The US has allowed only 700 Iraqis into the US as refugees. Sweden, ( I think it was Sweden) has taken into 20,000 Iraqis to date and will take 30,000 more. Not to mention the Arab countries who have absorbed Iraq refugees.
    And congress wants to give 12 million illegal immigrants from Mexico the right to work in the US and a path to citizenship.
    Why? You know why.


  6. Sandy says:

    That’s a great idea, Carroll. Anything less than that will have little impact.
    I remember when the New York Times attempted to publish photos and a short story of each of the World Trade Center victims. It was quite a feat. And, powerful. And, quickly forgotten. Witness what has occurred since….starting with being told to “go shopping” and spend lots of money.
    I think the siren thing is excellent. They should have to live with that sound. I would add to that billboard, photographs of every face….or every body….attached to every name. They ought to have to stare those people — not to mention their families — in the face.
    Of course Barbara Bush would not look…or hear….or trouble her “beautiful mind” with such reminders. Ka-ching. Ka-ching. Caryle baby. And, Laura could remind us of “all the refugees” we’ve brought to this country. What, 50? Uh huh.
    Yippee yi o k-ay. Cutting brush on Crawford. Away from the madding crowd.
    Even Cindy’s left.


  7. Carroll says:

    Well I like the idea of Name Every Victim…and their ages, since a lot of them are children.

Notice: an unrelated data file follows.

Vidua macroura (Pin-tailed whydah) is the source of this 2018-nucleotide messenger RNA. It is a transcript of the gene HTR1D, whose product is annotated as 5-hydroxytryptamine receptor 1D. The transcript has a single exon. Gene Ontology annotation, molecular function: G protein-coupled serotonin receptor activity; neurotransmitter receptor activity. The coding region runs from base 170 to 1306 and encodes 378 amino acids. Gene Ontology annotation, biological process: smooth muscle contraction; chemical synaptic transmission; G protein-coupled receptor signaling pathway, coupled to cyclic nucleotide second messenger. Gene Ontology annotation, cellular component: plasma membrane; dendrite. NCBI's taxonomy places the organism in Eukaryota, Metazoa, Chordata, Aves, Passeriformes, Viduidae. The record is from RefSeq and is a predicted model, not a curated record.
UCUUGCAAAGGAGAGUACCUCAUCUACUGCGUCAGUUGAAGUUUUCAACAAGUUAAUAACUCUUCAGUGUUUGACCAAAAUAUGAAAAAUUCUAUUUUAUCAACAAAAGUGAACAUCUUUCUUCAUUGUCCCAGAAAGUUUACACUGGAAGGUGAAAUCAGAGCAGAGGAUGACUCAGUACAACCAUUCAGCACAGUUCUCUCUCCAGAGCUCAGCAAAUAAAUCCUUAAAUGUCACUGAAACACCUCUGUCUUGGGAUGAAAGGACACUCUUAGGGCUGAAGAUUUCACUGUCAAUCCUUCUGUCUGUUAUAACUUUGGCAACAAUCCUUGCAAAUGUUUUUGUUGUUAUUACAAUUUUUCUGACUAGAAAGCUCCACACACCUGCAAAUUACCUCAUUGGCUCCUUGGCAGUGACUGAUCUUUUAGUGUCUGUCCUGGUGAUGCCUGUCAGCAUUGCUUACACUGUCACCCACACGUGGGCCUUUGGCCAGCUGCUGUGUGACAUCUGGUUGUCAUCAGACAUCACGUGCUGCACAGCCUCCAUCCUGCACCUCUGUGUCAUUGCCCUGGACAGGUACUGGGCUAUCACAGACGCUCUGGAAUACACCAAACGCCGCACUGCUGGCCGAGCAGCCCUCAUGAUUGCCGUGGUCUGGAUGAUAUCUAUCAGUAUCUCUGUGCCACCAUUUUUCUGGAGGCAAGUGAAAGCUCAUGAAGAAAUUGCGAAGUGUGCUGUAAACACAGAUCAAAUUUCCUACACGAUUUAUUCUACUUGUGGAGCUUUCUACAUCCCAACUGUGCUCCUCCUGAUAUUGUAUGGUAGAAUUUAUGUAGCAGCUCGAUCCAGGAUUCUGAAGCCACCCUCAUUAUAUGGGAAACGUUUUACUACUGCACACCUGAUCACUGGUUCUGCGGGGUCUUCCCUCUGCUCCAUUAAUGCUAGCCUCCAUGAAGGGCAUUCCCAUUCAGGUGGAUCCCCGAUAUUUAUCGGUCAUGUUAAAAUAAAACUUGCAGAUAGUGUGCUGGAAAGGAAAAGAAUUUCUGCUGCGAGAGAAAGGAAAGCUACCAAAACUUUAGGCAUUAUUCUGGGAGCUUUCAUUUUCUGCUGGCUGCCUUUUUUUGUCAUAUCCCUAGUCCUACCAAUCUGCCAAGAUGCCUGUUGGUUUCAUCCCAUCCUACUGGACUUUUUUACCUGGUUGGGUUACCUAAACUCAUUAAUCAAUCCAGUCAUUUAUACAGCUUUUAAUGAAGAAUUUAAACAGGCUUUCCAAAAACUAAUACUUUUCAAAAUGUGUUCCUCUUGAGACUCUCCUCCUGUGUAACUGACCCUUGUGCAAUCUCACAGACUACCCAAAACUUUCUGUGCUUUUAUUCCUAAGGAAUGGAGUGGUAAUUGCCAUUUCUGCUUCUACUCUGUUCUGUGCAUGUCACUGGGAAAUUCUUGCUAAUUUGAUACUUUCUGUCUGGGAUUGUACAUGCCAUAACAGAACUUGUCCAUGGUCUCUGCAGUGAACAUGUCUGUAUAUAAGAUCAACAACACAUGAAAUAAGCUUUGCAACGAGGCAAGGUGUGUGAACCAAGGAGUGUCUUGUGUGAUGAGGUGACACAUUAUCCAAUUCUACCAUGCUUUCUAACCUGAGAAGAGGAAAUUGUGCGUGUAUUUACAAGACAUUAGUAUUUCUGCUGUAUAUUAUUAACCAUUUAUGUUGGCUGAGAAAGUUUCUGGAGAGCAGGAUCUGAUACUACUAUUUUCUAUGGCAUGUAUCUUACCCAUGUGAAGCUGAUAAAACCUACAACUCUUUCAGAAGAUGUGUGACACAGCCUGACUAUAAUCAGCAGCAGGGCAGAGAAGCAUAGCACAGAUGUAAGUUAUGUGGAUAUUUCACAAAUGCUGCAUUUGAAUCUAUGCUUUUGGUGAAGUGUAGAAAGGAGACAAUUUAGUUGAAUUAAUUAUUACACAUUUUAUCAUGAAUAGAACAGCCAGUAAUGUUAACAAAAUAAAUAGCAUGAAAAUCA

What’s needed is a city block lot next to the capitol where you can put up a huge billboard with all the names and every time a new name is added sirens go off to announce the latest dead person.


  8. Tim says:

    How about an equally contrary idea? Use something like Wikipedia technology. Not only name the victims but try to get information about them, describe their lives, their families, their contributions to the world. You’d still need some organization to vet entries but a central place on the internet might make this fairly easy for NGOs and individuals to participate and lightweight in terms of validating. Certainly less so than creating a dedicated bureaucracy that doesn’t publish its results.


  9. Linda says:

    Thanks Steve and Scott for focusing on the refugees that Iraq war (US) has created. I suggested making contributions to organizations that provide direct relief to refugees around the world. I don’t know if counting victims or creating a Department of Peace as Kuchinich recommends is another good answer.
    While I don’t have HBO and have not seen it, I know enough of the history of “The Fever” starring Vanessa Redgrave that is showing on HBO this month to highly recommend it. Redgrave has spoken about it on Charlie Rose show and Democracy Now. It is a psychological journey of a woman who considers herself, as we all do, to be a “good person, nice, generous,” and her then questioning if she is deceiving herself and being blind to the suffering, poverty, and inequality of so many all around the world.
    The interesting history of “The Fever” is that it was written 15-20 years ago by Wallace Shawn (for those who recall “My Dinner with Andre” and his writing for “New Yorker” and work as an actor, playwright, and writer in NYC. Shawn started doing bits and pieces of this as a monologue for friends and eventually did it in NYC as a one-man show for a short run. Redgrave’s son thought it could be a film and worked with Shawn on it. The Wallace Shawn version is available on CD, and I assume for those who miss it that HBO will issue a DVD of the movie.


  10. jonst says:

    No, my vote is against this idea. No more god damn bureaucracies created. Change policy. Stop killing so many people. Not hand out more jobs to the military. Give people reasons to go to endless conferences, and view endless PPT presentations, and make up highly defined laws that will be enforced in the manner the military decides. And as to “challeng[ing the peace movement]… is news to me there is such a thing worthy of the name. Good to hear.